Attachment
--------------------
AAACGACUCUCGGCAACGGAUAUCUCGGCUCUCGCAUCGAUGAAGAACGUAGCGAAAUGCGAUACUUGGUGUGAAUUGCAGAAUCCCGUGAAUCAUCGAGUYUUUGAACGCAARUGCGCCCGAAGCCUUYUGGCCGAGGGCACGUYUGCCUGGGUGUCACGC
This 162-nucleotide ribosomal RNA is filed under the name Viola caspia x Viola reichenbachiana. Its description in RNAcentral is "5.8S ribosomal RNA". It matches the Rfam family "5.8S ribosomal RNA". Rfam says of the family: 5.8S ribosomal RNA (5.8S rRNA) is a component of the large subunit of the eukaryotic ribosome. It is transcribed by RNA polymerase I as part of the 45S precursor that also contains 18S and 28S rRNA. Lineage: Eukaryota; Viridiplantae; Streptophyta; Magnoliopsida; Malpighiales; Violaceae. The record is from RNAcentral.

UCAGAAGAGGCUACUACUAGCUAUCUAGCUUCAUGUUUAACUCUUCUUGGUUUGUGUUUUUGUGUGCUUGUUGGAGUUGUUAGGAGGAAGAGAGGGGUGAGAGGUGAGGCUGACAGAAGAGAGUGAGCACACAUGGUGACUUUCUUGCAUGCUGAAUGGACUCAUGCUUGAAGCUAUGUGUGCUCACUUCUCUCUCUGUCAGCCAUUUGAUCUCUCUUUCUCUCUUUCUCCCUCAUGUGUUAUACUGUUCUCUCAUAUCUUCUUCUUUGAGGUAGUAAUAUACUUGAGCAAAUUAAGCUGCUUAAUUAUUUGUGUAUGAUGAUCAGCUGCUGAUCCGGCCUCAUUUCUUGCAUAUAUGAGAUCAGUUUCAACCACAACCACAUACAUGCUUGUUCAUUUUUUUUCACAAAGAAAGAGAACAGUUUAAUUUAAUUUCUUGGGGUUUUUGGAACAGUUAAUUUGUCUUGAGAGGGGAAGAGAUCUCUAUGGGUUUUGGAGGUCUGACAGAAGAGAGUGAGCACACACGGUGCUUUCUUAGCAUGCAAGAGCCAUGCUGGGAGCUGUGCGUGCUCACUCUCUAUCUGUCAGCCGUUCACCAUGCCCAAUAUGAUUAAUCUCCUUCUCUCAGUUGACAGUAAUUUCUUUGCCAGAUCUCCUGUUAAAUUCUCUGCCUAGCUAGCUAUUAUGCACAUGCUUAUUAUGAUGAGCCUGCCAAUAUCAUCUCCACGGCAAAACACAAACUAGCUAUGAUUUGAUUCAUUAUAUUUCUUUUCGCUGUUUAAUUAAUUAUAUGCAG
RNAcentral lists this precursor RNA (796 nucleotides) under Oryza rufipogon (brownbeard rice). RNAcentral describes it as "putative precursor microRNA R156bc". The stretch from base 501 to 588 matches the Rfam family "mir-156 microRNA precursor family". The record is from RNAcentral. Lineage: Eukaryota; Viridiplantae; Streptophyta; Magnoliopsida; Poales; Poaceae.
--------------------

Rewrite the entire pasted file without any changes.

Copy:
AAACGACUCUCGGCAACGGAUAUCUCGGCUCUCGCAUCGAUGAAGAACGUAGCGAAAUGCGAUACUUGGUGUGAAUUGCAGAAUCCCGUGAAUCAUCGAGUYUUUGAACGCAARUGCGCCCGAAGCCUUYUGGCCGAGGGCACGUYUGCCUGGGUGUCACGC
This 162-nucleotide ribosomal RNA is filed under the name Viola caspia x Viola reichenbachiana. Its description in RNAcentral is "5.8S ribosomal RNA". It matches the Rfam family "5.8S ribosomal RNA". Rfam says of the family: 5.8S ribosomal RNA (5.8S rRNA) is a component of the large subunit of the eukaryotic ribosome. It is transcribed by RNA polymerase I as part of the 45S precursor that also contains 18S and 28S rRNA. Lineage: Eukaryota; Viridiplantae; Streptophyta; Magnoliopsida; Malpighiales; Violaceae. The record is from RNAcentral.

UCAGAAGAGGCUACUACUAGCUAUCUAGCUUCAUGUUUAACUCUUCUUGGUUUGUGUUUUUGUGUGCUUGUUGGAGUUGUUAGGAGGAAGAGAGGGGUGAGAGGUGAGGCUGACAGAAGAGAGUGAGCACACAUGGUGACUUUCUUGCAUGCUGAAUGGACUCAUGCUUGAAGCUAUGUGUGCUCACUUCUCUCUCUGUCAGCCAUUUGAUCUCUCUUUCUCUCUUUCUCCCUCAUGUGUUAUACUGUUCUCUCAUAUCUUCUUCUUUGAGGUAGUAAUAUACUUGAGCAAAUUAAGCUGCUUAAUUAUUUGUGUAUGAUGAUCAGCUGCUGAUCCGGCCUCAUUUCUUGCAUAUAUGAGAUCAGUUUCAACCACAACCACAUACAUGCUUGUUCAUUUUUUUUCACAAAGAAAGAGAACAGUUUAAUUUAAUUUCUUGGGGUUUUUGGAACAGUUAAUUUGUCUUGAGAGGGGAAGAGAUCUCUAUGGGUUUUGGAGGUCUGACAGAAGAGAGUGAGCACACACGGUGCUUUCUUAGCAUGCAAGAGCCAUGCUGGGAGCUGUGCGUGCUCACUCUCUAUCUGUCAGCCGUUCACCAUGCCCAAUAUGAUUAAUCUCCUUCUCUCAGUUGACAGUAAUUUCUUUGCCAGAUCUCCUGUUAAAUUCUCUGCCUAGCUAGCUAUUAUGCACAUGCUUAUUAUGAUGAGCCUGCCAAUAUCAUCUCCACGGCAAAACACAAACUAGCUAUGAUUUGAUUCAUUAUAUUUCUUUUCGCUGUUUAAUUAAUUAUAUGCAG
RNAcentral lists this precursor RNA (796 nucleotides) under Oryza rufipogon (brownbeard rice). RNAcentral describes it as "putative precursor microRNA R156bc". The stretch from base 501 to 588 matches the Rfam family "mir-156 microRNA precursor family". The record is from RNAcentral. Lineage: Eukaryota; Viridiplantae; Streptophyta; Magnoliopsida; Poales; Poaceae.